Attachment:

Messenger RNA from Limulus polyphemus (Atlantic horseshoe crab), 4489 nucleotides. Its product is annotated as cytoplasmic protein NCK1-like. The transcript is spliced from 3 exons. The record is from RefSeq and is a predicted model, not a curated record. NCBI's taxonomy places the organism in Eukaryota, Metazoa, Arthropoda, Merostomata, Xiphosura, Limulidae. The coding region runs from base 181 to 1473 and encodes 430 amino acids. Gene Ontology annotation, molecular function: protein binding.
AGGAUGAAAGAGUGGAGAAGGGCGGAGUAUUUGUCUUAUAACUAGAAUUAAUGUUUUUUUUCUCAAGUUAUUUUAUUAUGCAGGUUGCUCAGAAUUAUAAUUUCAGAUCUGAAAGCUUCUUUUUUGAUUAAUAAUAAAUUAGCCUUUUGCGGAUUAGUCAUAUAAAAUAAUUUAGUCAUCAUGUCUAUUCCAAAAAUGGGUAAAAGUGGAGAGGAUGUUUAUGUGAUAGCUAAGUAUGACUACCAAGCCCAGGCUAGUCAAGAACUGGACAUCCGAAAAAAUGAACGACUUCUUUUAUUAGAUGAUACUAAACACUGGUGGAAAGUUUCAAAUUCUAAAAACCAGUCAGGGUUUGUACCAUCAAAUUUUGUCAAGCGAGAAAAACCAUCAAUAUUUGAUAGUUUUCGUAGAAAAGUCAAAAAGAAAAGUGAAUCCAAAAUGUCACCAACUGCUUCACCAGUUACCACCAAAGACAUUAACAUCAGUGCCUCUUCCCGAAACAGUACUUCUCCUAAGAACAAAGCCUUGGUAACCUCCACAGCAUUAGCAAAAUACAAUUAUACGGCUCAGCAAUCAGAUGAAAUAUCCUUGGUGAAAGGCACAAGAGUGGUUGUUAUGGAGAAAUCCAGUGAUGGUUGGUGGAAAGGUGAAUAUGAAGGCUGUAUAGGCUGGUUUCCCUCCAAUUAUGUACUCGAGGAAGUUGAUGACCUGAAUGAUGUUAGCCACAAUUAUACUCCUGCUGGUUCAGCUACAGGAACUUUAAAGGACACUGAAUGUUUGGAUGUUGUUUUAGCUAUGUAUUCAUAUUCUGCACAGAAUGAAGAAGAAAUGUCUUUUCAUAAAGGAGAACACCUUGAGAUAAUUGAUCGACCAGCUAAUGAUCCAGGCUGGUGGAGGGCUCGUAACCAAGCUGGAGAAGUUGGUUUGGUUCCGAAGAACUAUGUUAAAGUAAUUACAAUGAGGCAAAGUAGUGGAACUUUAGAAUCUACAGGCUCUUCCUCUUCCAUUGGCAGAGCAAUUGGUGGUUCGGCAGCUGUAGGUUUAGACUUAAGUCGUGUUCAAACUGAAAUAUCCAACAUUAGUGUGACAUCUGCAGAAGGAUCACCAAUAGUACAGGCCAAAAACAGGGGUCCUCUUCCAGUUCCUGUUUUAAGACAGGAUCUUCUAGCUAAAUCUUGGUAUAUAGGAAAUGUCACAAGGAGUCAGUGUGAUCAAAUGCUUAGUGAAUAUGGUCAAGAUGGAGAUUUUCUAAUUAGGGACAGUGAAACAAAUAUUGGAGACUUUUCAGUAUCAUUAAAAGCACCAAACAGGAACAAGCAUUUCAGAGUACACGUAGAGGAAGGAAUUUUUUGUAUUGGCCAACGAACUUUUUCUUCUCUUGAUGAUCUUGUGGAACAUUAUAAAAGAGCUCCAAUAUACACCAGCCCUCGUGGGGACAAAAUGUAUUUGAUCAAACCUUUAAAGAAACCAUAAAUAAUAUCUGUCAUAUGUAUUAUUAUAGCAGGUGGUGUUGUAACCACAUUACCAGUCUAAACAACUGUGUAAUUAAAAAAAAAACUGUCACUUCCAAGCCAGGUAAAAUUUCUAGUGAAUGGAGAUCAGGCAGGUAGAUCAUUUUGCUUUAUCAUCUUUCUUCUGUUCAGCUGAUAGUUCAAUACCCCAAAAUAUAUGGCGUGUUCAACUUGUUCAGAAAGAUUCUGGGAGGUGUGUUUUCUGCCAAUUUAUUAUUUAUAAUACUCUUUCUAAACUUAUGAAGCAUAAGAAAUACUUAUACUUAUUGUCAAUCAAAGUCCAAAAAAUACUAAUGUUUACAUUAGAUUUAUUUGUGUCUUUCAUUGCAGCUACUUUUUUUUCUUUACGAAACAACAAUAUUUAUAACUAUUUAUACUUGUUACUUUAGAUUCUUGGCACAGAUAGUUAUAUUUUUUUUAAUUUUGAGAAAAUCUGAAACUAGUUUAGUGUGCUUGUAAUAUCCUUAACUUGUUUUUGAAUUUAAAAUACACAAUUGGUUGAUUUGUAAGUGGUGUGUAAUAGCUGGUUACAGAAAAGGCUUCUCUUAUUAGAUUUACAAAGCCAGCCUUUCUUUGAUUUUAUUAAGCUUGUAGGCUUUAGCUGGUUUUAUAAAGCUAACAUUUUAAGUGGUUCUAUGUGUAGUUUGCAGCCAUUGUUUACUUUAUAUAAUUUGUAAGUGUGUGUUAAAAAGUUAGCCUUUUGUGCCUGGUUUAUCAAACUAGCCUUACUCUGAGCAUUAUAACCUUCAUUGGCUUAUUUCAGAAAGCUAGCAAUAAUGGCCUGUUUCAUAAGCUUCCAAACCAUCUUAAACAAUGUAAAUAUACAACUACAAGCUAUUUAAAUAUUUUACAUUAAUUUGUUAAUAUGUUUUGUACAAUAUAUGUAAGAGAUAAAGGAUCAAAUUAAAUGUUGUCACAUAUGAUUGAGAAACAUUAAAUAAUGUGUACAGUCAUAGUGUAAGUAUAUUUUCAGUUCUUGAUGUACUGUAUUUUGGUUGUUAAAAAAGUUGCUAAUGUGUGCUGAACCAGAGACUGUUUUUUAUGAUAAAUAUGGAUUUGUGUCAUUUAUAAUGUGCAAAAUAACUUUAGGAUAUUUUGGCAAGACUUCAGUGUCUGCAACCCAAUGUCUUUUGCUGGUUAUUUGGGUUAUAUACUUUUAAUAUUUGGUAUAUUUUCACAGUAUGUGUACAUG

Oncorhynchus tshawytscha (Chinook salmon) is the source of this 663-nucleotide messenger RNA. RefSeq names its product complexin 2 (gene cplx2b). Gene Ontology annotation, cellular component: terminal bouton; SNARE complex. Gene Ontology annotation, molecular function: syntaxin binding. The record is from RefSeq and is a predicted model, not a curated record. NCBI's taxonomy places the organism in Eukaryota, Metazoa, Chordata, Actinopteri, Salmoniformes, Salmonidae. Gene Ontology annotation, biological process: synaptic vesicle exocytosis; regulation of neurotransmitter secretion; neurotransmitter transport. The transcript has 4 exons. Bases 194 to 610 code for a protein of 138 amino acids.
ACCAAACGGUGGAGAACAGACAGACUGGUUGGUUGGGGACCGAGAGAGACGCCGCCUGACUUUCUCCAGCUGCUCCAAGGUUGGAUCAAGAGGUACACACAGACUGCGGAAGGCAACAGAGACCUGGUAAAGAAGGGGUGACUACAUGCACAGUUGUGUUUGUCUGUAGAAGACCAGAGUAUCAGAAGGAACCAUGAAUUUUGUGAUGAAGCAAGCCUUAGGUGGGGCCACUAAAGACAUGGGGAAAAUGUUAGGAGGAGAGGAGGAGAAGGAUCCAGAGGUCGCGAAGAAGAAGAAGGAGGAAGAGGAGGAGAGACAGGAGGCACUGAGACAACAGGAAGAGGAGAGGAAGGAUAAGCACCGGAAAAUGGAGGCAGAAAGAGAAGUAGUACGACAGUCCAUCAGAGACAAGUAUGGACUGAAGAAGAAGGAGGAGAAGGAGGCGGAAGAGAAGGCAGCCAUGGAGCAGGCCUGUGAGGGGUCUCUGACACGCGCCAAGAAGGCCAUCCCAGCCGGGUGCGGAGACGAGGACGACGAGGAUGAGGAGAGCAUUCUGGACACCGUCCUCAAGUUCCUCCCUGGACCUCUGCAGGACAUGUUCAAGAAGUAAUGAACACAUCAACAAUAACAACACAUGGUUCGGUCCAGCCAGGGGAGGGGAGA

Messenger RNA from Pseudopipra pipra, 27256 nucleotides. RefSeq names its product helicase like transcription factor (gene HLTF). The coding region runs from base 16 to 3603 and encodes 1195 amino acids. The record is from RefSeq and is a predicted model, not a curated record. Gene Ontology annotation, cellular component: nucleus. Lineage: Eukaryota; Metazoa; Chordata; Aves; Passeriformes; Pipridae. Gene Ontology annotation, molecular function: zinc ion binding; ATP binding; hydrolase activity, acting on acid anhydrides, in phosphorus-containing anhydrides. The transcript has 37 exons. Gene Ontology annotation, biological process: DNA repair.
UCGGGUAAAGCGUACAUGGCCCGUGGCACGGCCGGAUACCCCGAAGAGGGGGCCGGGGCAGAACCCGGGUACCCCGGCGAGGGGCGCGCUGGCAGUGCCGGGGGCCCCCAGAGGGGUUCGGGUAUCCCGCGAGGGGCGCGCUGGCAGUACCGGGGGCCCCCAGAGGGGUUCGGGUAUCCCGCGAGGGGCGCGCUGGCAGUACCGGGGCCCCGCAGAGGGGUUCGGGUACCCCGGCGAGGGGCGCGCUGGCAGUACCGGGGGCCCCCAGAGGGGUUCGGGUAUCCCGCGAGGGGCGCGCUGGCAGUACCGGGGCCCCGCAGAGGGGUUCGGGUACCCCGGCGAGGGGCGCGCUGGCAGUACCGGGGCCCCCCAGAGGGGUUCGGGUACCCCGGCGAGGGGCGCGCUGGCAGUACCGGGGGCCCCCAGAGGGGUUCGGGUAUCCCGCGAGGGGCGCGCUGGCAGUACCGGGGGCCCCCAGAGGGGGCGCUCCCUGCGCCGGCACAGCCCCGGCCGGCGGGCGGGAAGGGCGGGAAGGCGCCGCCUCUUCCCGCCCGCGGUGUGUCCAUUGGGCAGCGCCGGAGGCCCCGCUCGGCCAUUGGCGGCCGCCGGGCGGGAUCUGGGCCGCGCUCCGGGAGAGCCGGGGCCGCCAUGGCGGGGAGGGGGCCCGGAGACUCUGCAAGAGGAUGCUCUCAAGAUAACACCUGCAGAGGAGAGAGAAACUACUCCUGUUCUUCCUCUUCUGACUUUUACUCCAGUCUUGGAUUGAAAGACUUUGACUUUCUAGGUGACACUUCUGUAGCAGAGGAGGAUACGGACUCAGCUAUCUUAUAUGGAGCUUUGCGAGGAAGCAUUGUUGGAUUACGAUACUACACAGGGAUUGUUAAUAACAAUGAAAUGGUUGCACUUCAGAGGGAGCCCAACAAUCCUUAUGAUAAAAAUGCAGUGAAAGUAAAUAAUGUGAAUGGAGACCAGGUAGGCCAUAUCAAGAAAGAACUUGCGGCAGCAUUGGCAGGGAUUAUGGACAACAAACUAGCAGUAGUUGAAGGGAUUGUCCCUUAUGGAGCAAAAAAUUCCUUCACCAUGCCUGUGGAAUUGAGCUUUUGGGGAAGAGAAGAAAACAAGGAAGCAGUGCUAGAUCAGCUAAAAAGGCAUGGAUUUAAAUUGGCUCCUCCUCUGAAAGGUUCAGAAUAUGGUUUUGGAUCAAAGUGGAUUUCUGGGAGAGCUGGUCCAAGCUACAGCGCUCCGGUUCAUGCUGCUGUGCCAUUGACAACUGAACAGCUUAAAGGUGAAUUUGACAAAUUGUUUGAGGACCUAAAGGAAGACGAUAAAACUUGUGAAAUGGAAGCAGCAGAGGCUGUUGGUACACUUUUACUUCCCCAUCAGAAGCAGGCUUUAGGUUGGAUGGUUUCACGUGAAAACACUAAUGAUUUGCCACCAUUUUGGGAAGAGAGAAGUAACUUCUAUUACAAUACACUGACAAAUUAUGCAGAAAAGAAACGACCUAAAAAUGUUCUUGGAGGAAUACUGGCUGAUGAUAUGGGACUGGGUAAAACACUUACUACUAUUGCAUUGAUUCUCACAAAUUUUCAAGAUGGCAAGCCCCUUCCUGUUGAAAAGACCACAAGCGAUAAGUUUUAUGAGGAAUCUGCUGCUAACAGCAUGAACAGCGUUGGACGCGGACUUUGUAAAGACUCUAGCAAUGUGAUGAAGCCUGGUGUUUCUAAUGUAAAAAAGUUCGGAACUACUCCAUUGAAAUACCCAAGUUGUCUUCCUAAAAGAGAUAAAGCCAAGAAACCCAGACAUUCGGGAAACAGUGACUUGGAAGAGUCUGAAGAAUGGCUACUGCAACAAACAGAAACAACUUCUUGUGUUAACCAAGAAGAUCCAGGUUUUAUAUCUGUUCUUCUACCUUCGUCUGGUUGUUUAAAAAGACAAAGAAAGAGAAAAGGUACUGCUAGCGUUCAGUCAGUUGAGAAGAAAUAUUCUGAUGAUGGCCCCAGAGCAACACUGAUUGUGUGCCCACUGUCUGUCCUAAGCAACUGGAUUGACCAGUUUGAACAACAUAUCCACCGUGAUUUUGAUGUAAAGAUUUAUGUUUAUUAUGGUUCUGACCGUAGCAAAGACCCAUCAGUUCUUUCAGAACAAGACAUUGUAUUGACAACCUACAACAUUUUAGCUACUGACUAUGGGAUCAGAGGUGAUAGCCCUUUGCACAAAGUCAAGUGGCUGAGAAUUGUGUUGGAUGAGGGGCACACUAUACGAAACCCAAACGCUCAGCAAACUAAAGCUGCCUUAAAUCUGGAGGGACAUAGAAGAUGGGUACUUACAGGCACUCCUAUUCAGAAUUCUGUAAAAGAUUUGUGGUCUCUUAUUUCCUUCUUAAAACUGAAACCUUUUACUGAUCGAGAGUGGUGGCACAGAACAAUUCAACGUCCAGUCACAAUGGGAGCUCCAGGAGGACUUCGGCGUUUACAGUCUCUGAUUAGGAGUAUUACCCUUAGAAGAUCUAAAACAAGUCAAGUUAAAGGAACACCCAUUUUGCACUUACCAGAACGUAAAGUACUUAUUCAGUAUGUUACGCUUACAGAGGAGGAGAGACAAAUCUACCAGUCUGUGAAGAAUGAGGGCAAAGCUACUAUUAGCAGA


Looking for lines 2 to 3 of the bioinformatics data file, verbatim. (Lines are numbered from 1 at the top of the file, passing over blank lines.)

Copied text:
AGGAUGAAAGAGUGGAGAAGGGCGGAGUAUUUGUCUUAUAACUAGAAUUAAUGUUUUUUUUCUCAAGUUAUUUUAUUAUGCAGGUUGCUCAGAAUUAUAAUUUCAGAUCUGAAAGCUUCUUUUUUGAUUAAUAAUAAAUUAGCCUUUUGCGGAUUAGUCAUAUAAAAUAAUUUAGUCAUCAUGUCUAUUCCAAAAAUGGGUAAAAGUGGAGAGGAUGUUUAUGUGAUAGCUAAGUAUGACUACCAAGCCCAGGCUAGUCAAGAACUGGACAUCCGAAAAAAUGAACGACUUCUUUUAUUAGAUGAUACUAAACACUGGUGGAAAGUUUCAAAUUCUAAAAACCAGUCAGGGUUUGUACCAUCAAAUUUUGUCAAGCGAGAAAAACCAUCAAUAUUUGAUAGUUUUCGUAGAAAAGUCAAAAAGAAAAGUGAAUCCAAAAUGUCACCAACUGCUUCACCAGUUACCACCAAAGACAUUAACAUCAGUGCCUCUUCCCGAAACAGUACUUCUCCUAAGAACAAAGCCUUGGUAACCUCCACAGCAUUAGCAAAAUACAAUUAUACGGCUCAGCAAUCAGAUGAAAUAUCCUUGGUGAAAGGCACAAGAGUGGUUGUUAUGGAGAAAUCCAGUGAUGGUUGGUGGAAAGGUGAAUAUGAAGGCUGUAUAGGCUGGUUUCCCUCCAAUUAUGUACUCGAGGAAGUUGAUGACCUGAAUGAUGUUAGCCACAAUUAUACUCCUGCUGGUUCAGCUACAGGAACUUUAAAGGACACUGAAUGUUUGGAUGUUGUUUUAGCUAUGUAUUCAUAUUCUGCACAGAAUGAAGAAGAAAUGUCUUUUCAUAAAGGAGAACACCUUGAGAUAAUUGAUCGACCAGCUAAUGAUCCAGGCUGGUGGAGGGCUCGUAACCAAGCUGGAGAAGUUGGUUUGGUUCCGAAGAACUAUGUUAAAGUAAUUACAAUGAGGCAAAGUAGUGGAACUUUAGAAUCUACAGGCUCUUCCUCUUCCAUUGGCAGAGCAAUUGGUGGUUCGGCAGCUGUAGGUUUAGACUUAAGUCGUGUUCAAACUGAAAUAUCCAACAUUAGUGUGACAUCUGCAGAAGGAUCACCAAUAGUACAGGCCAAAAACAGGGGUCCUCUUCCAGUUCCUGUUUUAAGACAGGAUCUUCUAGCUAAAUCUUGGUAUAUAGGAAAUGUCACAAGGAGUCAGUGUGAUCAAAUGCUUAGUGAAUAUGGUCAAGAUGGAGAUUUUCUAAUUAGGGACAGUGAAACAAAUAUUGGAGACUUUUCAGUAUCAUUAAAAGCACCAAACAGGAACAAGCAUUUCAGAGUACACGUAGAGGAAGGAAUUUUUUGUAUUGGCCAACGAACUUUUUCUUCUCUUGAUGAUCUUGUGGAACAUUAUAAAAGAGCUCCAAUAUACACCAGCCCUCGUGGGGACAAAAUGUAUUUGAUCAAACCUUUAAAGAAACCAUAAAUAAUAUCUGUCAUAUGUAUUAUUAUAGCAGGUGGUGUUGUAACCACAUUACCAGUCUAAACAACUGUGUAAUUAAAAAAAAAACUGUCACUUCCAAGCCAGGUAAAAUUUCUAGUGAAUGGAGAUCAGGCAGGUAGAUCAUUUUGCUUUAUCAUCUUUCUUCUGUUCAGCUGAUAGUUCAAUACCCCAAAAUAUAUGGCGUGUUCAACUUGUUCAGAAAGAUUCUGGGAGGUGUGUUUUCUGCCAAUUUAUUAUUUAUAAUACUCUUUCUAAACUUAUGAAGCAUAAGAAAUACUUAUACUUAUUGUCAAUCAAAGUCCAAAAAAUACUAAUGUUUACAUUAGAUUUAUUUGUGUCUUUCAUUGCAGCUACUUUUUUUUCUUUACGAAACAACAAUAUUUAUAACUAUUUAUACUUGUUACUUUAGAUUCUUGGCACAGAUAGUUAUAUUUUUUUUAAUUUUGAGAAAAUCUGAAACUAGUUUAGUGUGCUUGUAAUAUCCUUAACUUGUUUUUGAAUUUAAAAUACACAAUUGGUUGAUUUGUAAGUGGUGUGUAAUAGCUGGUUACAGAAAAGGCUUCUCUUAUUAGAUUUACAAAGCCAGCCUUUCUUUGAUUUUAUUAAGCUUGUAGGCUUUAGCUGGUUUUAUAAAGCUAACAUUUUAAGUGGUUCUAUGUGUAGUUUGCAGCCAUUGUUUACUUUAUAUAAUUUGUAAGUGUGUGUUAAAAAGUUAGCCUUUUGUGCCUGGUUUAUCAAACUAGCCUUACUCUGAGCAUUAUAACCUUCAUUGGCUUAUUUCAGAAAGCUAGCAAUAAUGGCCUGUUUCAUAAGCUUCCAAACCAUCUUAAACAAUGUAAAUAUACAACUACAAGCUAUUUAAAUAUUUUACAUUAAUUUGUUAAUAUGUUUUGUACAAUAUAUGUAAGAGAUAAAGGAUCAAAUUAAAUGUUGUCACAUAUGAUUGAGAAACAUUAAAUAAUGUGUACAGUCAUAGUGUAAGUAUAUUUUCAGUUCUUGAUGUACUGUAUUUUGGUUGUUAAAAAAGUUGCUAAUGUGUGCUGAACCAGAGACUGUUUUUUAUGAUAAAUAUGGAUUUGUGUCAUUUAUAAUGUGCAAAAUAACUUUAGGAUAUUUUGGCAAGACUUCAGUGUCUGCAACCCAAUGUCUUUUGCUGGUUAUUUGGGUUAUAUACUUUUAAUAUUUGGUAUAUUUUCACAGUAUGUGUACAUG

Oncorhynchus tshawytscha (Chinook salmon) is the source of this 663-nucleotide messenger RNA. RefSeq names its product complexin 2 (gene cplx2b). Gene Ontology annotation, cellular component: terminal bouton; SNARE complex. Gene Ontology annotation, molecular function: syntaxin binding. The record is from RefSeq and is a predicted model, not a curated record. NCBI's taxonomy places the organism in Eukaryota, Metazoa, Chordata, Actinopteri, Salmoniformes, Salmonidae. Gene Ontology annotation, biological process: synaptic vesicle exocytosis; regulation of neurotransmitter secretion; neurotransmitter transport. The transcript has 4 exons. Bases 194 to 610 code for a protein of 138 amino acids.